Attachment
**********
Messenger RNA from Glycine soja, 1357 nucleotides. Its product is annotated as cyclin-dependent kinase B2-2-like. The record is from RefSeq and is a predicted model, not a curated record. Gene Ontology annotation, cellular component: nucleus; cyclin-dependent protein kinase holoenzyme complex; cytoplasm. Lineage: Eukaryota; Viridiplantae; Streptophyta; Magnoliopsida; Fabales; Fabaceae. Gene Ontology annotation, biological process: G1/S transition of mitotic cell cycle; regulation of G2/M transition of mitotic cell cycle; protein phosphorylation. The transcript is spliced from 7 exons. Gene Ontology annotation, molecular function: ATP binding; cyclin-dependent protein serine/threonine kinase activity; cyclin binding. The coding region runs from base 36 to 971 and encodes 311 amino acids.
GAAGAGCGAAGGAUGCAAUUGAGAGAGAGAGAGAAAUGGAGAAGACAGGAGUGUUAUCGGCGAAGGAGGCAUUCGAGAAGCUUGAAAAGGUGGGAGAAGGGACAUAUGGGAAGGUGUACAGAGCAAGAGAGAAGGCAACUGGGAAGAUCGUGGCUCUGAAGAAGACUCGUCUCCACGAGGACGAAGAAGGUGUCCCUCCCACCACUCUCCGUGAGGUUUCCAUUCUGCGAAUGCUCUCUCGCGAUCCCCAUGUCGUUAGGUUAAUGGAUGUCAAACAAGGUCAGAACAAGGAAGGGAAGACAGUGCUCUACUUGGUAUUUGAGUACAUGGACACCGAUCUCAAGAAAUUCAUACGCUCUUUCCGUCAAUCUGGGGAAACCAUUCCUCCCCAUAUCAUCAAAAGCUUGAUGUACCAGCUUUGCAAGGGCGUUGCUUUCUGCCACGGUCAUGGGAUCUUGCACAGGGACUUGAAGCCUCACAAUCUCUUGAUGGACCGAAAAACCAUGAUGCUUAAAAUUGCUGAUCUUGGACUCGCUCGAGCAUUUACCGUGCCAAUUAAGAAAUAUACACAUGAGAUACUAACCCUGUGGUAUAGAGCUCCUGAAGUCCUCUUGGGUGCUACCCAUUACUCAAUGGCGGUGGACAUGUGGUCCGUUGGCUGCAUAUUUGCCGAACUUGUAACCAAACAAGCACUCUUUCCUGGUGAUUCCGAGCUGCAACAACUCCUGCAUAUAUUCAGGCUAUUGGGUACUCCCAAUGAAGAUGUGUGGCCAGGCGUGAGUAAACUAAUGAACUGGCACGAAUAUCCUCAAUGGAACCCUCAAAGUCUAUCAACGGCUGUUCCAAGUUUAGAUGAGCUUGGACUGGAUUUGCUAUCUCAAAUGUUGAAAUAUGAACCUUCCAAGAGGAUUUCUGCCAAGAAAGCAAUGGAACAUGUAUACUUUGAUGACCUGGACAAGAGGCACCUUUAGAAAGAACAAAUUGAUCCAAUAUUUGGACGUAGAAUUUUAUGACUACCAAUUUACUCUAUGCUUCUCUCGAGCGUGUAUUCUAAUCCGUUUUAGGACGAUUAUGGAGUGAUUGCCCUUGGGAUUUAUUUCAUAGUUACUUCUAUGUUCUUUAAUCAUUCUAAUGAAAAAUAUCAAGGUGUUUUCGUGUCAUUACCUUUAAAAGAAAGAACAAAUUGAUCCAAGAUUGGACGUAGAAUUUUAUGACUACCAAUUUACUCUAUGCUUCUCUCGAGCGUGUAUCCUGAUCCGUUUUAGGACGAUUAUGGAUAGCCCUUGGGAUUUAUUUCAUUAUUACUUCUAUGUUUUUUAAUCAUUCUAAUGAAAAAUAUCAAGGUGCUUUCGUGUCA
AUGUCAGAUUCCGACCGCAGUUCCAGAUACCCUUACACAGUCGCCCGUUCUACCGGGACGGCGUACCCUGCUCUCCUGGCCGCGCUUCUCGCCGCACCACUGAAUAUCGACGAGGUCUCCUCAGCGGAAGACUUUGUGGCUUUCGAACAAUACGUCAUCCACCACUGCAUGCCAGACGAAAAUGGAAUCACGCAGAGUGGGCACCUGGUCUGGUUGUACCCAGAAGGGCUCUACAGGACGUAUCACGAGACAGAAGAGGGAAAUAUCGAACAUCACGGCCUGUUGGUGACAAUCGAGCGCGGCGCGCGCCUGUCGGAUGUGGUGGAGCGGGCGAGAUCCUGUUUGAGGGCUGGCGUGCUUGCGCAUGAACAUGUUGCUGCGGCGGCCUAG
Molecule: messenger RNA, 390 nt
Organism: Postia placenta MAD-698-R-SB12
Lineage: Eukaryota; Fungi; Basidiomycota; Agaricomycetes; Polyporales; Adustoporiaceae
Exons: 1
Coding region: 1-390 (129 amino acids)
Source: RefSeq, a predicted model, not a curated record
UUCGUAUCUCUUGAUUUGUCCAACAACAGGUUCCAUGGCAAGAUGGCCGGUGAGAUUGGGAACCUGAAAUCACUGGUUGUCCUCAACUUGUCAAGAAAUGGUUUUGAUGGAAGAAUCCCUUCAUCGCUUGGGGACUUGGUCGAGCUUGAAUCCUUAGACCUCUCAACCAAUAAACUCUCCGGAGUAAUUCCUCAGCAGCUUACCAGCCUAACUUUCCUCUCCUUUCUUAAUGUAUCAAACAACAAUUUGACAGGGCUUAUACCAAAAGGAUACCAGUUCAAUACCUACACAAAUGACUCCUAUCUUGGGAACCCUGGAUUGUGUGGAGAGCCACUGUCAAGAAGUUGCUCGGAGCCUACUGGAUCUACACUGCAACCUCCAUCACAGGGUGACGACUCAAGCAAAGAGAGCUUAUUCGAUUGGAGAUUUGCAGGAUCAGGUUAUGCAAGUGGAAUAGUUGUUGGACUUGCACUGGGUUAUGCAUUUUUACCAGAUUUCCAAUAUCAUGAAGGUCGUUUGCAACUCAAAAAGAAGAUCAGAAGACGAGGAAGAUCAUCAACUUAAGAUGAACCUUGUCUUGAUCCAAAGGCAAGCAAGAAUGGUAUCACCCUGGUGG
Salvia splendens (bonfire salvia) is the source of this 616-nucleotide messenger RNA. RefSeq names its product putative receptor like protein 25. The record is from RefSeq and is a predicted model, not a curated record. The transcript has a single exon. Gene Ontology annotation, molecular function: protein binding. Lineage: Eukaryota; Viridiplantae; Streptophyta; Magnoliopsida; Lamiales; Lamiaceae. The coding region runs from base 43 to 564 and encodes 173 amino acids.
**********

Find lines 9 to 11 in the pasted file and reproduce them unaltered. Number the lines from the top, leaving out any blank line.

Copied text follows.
Source: RefSeq, a predicted model, not a curated record
UUCGUAUCUCUUGAUUUGUCCAACAACAGGUUCCAUGGCAAGAUGGCCGGUGAGAUUGGGAACCUGAAAUCACUGGUUGUCCUCAACUUGUCAAGAAAUGGUUUUGAUGGAAGAAUCCCUUCAUCGCUUGGGGACUUGGUCGAGCUUGAAUCCUUAGACCUCUCAACCAAUAAACUCUCCGGAGUAAUUCCUCAGCAGCUUACCAGCCUAACUUUCCUCUCCUUUCUUAAUGUAUCAAACAACAAUUUGACAGGGCUUAUACCAAAAGGAUACCAGUUCAAUACCUACACAAAUGACUCCUAUCUUGGGAACCCUGGAUUGUGUGGAGAGCCACUGUCAAGAAGUUGCUCGGAGCCUACUGGAUCUACACUGCAACCUCCAUCACAGGGUGACGACUCAAGCAAAGAGAGCUUAUUCGAUUGGAGAUUUGCAGGAUCAGGUUAUGCAAGUGGAAUAGUUGUUGGACUUGCACUGGGUUAUGCAUUUUUACCAGAUUUCCAAUAUCAUGAAGGUCGUUUGCAACUCAAAAAGAAGAUCAGAAGACGAGGAAGAUCAUCAACUUAAGAUGAACCUUGUCUUGAUCCAAAGGCAAGCAAGAAUGGUAUCACCCUGGUGG
Salvia splendens (bonfire salvia) is the source of this 616-nucleotide messenger RNA. RefSeq names its product putative receptor like protein 25. The record is from RefSeq and is a predicted model, not a curated record. The transcript has a single exon. Gene Ontology annotation, molecular function: protein binding. Lineage: Eukaryota; Viridiplantae; Streptophyta; Magnoliopsida; Lamiales; Lamiaceae. The coding region runs from base 43 to 564 and encodes 173 amino acids.